Alberta wants Ottawa to help build a $1.5-billion pipeline that would put carbon dioxide emissions from the northern oilsands industry to work in oil wells hundreds of kilometres away.
Intergovernmental Affairs Minister Guy Boutilier is pushing Premier Ed Stelmach's plan to capture C02 and send it through a $1.5-billion, 400-kilometrepipeline that would allow it to beused to help get more oil out of low-producing wells.
Boutilier wants Ottawa to pony up with $500 million forthe pipeline, which would start in his riding in northeastern Alberta. Another $500 million each would come from the province and industry, he said.
"I do not believe for a moment that the prime minister of Canada would not accept the premier's invitation to join us on this important C02 initiative," he said.
"This initiative is real in getting C02 out of the atmosphere, which is certainly a threat to climate change."
Total greenhouse gas emissions in Alberta have increased by39.4 per cent, from 168.17 megatons in 1990 to 234.51 megatons in 2004, according to Environment Canada.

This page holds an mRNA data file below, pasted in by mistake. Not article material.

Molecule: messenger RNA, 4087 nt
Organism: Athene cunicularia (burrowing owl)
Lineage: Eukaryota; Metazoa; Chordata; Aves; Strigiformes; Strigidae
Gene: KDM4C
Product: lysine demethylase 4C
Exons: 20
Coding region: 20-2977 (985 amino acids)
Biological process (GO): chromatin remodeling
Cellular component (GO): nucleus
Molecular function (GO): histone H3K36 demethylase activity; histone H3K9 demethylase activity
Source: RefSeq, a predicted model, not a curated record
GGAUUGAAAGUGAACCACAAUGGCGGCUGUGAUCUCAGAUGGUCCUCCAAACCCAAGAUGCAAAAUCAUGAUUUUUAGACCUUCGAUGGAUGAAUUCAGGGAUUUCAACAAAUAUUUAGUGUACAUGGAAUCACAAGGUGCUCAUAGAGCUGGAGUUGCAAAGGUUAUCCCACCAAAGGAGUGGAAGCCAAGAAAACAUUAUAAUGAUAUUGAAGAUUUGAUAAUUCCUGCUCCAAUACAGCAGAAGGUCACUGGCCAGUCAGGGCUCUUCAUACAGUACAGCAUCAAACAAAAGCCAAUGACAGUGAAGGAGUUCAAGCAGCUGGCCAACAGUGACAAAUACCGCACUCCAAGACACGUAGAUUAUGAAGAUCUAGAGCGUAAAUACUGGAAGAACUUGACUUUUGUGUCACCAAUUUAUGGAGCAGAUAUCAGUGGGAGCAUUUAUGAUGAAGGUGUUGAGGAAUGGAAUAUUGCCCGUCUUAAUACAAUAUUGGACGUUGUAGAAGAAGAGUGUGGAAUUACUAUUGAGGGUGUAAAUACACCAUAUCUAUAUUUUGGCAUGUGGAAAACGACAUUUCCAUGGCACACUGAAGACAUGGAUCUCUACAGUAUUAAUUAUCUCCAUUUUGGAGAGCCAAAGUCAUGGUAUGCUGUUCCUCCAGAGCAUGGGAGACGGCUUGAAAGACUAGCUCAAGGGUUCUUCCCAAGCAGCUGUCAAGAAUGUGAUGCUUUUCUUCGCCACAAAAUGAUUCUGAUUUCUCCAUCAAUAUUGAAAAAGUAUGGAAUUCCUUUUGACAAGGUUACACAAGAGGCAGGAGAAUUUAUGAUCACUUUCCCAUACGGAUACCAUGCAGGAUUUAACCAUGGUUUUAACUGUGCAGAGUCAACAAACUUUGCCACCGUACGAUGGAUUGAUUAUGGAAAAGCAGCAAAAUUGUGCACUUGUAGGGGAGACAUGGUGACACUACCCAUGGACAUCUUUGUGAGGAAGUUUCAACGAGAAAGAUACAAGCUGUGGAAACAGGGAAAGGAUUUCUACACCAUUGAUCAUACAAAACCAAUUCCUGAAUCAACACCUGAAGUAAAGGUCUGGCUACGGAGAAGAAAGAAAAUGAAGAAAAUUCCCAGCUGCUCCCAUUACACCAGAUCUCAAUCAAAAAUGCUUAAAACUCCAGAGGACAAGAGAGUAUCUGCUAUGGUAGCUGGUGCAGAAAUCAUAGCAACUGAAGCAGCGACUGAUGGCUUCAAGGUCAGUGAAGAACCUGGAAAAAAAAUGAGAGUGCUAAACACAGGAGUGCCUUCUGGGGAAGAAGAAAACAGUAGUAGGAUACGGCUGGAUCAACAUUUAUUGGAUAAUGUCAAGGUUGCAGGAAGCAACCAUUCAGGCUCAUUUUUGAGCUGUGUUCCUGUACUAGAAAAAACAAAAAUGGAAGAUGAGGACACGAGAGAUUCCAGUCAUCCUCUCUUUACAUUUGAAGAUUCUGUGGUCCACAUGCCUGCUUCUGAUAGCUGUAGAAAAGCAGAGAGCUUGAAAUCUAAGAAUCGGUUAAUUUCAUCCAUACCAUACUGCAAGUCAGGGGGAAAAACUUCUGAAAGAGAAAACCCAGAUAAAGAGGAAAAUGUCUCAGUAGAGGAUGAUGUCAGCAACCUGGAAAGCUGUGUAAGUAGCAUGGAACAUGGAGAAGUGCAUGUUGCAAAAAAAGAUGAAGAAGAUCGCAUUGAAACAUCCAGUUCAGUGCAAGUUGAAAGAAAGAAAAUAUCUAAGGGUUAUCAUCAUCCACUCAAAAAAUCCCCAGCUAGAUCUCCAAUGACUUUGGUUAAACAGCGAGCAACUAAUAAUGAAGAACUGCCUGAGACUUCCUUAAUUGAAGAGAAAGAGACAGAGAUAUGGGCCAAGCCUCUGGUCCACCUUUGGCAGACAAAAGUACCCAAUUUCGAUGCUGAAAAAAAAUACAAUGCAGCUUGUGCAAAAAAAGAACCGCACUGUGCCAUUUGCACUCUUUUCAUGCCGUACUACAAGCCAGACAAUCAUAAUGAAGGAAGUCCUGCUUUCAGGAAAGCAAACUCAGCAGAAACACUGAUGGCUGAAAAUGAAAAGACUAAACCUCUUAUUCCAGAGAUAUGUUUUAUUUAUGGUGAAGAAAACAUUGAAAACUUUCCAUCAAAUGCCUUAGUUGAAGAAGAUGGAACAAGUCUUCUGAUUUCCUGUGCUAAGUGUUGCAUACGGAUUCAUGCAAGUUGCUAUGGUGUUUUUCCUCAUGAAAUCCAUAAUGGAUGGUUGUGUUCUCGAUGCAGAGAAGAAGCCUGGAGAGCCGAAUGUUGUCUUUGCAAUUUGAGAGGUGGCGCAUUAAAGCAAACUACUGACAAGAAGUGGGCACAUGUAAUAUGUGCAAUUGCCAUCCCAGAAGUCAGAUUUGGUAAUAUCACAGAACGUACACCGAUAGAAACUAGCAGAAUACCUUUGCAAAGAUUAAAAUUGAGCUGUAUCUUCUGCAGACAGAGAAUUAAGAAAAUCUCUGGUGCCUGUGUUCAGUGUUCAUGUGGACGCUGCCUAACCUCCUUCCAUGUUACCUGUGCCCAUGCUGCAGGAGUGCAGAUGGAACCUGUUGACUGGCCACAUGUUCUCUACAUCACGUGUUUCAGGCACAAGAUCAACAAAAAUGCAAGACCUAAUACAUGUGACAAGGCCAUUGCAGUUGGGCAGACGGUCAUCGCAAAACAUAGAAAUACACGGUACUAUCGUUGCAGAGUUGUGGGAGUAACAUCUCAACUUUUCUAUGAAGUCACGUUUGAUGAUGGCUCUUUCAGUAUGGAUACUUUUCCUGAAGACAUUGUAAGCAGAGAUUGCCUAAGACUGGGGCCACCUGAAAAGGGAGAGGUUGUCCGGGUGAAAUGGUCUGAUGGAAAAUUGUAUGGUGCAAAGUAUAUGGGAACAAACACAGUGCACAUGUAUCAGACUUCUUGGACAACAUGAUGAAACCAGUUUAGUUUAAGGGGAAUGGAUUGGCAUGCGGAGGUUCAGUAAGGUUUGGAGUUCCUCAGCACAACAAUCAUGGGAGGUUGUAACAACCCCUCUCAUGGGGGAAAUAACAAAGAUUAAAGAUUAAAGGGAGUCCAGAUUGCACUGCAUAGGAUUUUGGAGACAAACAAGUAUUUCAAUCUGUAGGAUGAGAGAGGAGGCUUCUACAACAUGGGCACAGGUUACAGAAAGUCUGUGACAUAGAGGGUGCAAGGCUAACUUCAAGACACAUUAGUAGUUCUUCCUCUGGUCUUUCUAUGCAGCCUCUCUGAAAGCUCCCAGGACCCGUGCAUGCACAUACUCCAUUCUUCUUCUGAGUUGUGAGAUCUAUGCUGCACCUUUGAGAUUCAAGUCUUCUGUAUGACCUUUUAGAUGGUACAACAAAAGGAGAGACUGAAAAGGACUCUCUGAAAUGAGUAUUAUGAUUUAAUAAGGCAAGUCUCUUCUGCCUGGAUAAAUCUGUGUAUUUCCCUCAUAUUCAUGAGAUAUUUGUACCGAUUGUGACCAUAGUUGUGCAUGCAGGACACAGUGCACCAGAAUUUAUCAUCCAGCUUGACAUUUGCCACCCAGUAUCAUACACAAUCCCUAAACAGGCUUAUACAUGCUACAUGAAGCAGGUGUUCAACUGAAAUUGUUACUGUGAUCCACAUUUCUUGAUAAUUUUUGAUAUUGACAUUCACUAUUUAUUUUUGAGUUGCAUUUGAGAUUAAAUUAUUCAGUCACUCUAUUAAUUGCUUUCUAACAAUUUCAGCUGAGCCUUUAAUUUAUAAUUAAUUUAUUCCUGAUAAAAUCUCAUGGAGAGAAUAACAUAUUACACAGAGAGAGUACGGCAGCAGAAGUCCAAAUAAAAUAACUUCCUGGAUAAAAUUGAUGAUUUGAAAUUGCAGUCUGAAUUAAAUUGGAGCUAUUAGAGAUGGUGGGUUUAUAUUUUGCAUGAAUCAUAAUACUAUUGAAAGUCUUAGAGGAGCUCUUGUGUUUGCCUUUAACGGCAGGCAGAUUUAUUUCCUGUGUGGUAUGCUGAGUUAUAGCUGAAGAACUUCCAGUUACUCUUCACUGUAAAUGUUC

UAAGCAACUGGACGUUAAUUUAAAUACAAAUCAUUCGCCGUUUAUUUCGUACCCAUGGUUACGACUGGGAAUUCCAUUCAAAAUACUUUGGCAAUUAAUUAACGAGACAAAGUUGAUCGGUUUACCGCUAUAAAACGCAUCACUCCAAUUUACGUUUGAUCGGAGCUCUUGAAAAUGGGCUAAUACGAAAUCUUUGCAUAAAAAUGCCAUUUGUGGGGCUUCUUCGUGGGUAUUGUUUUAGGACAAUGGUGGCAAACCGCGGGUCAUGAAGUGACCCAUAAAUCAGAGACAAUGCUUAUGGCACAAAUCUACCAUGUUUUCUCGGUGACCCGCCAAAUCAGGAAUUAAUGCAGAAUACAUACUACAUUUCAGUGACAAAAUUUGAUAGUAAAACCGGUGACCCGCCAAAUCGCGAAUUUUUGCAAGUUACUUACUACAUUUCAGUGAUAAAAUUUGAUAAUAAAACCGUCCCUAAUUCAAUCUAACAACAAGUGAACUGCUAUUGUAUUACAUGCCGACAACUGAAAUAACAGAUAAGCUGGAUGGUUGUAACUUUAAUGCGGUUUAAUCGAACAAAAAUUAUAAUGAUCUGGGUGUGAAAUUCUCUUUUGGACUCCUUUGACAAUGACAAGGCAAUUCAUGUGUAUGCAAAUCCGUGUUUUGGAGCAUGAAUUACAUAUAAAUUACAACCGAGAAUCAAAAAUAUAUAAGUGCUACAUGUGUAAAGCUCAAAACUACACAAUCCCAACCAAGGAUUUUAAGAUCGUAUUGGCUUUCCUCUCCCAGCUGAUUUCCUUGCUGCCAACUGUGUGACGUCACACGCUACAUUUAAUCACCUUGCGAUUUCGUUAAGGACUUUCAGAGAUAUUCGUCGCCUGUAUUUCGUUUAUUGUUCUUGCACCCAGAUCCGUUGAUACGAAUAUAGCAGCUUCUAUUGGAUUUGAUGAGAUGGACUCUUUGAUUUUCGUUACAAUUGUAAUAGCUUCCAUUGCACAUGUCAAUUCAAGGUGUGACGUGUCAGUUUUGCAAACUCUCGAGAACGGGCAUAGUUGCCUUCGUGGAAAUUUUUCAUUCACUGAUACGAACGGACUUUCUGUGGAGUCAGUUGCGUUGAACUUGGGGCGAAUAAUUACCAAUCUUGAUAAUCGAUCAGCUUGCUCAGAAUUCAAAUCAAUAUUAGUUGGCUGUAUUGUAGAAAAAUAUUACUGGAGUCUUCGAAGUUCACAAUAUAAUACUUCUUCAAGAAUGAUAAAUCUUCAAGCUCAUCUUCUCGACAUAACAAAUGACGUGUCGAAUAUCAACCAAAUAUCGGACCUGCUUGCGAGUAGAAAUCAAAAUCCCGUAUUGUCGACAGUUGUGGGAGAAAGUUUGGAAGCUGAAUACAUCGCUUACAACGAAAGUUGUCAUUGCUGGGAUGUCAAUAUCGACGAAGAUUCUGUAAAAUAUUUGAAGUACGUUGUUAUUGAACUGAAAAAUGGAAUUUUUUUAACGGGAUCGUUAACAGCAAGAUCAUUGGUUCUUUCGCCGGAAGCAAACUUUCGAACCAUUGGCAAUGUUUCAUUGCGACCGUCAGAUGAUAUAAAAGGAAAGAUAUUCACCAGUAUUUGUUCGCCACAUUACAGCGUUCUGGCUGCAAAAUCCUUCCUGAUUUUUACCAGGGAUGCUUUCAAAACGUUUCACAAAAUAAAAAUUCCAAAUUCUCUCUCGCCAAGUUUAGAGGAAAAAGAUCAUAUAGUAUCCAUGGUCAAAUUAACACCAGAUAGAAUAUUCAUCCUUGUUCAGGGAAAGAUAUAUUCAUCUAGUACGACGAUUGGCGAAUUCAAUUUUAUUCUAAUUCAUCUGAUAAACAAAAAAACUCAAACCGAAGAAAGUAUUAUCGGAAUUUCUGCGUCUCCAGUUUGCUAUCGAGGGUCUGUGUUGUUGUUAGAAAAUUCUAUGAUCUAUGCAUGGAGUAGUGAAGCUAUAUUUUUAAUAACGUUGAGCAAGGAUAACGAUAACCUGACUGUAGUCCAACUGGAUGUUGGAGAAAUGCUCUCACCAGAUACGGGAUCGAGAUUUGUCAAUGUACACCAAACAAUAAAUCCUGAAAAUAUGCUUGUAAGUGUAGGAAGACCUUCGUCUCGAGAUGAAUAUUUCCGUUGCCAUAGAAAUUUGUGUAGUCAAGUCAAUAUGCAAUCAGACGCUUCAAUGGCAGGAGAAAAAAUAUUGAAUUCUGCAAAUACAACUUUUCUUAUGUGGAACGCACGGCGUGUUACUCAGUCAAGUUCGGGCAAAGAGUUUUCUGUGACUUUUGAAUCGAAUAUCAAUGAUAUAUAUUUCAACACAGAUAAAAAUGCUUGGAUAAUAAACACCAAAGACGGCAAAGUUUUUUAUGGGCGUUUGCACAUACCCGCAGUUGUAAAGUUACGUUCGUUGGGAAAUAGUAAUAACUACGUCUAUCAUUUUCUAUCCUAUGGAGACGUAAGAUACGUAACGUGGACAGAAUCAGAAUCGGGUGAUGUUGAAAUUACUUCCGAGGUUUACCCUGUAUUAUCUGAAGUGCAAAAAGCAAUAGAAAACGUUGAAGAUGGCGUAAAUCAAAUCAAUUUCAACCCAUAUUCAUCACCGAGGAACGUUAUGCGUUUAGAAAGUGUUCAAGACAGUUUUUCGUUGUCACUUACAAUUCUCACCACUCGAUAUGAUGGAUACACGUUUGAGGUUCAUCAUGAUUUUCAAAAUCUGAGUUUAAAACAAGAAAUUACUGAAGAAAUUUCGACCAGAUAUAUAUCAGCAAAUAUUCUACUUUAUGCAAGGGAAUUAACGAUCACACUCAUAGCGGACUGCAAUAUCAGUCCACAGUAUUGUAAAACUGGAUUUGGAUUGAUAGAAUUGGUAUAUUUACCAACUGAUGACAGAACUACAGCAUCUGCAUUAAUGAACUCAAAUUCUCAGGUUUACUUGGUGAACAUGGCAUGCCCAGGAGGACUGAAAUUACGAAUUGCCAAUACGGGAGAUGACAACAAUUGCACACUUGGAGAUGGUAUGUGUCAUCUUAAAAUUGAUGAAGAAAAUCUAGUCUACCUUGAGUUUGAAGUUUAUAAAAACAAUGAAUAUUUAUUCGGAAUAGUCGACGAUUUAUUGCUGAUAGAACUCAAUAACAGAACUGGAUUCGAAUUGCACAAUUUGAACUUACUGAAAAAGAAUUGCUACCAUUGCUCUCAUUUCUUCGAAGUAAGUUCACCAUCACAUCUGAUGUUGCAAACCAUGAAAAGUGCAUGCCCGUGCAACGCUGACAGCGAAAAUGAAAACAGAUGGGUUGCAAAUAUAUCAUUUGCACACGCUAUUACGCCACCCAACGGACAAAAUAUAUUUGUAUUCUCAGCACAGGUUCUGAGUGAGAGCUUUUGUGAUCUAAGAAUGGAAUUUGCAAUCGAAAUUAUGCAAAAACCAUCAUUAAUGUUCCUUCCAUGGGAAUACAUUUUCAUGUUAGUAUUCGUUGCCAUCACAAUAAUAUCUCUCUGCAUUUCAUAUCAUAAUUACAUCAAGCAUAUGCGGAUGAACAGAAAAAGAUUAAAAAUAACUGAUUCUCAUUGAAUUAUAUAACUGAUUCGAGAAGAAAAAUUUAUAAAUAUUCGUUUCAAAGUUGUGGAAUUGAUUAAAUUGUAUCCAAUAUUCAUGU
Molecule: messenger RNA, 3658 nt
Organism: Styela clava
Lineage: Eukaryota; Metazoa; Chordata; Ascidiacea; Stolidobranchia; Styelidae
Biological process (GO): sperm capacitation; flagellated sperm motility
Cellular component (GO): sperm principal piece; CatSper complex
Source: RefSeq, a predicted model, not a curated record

In the battle to contain climate change, pumping C02 back into old coal seams or natural gas reservoirs has become one of the hot topics among scientific and government planners.
'Not a silver bullet'
The willingness of Ottawa and the resource sector to help build the pipeline remains to be seen, but environmental groups are already weighing in on the idea.
"Carbon capture and storage is not a silver bullet," said Mary Griffiths, a senior policy analyst with the Pembina Institute.
"Capturing carbon dioxide and storing it underground may be a useful transition to help us get more rapid greenhouse gas reductions than would otherwise be possible, but we see it only as an interim measure."
Production and refining in Alberta's north demands enough natural gas to heat 3.2 million Canadian homes per day, as well as generating three times more greenhouse gas emissions than conventional light or medium crude oil, according to the institute.
Griffiths said she wants the Alberta government to focus more on renewable energy, which she believes can do more in the long term.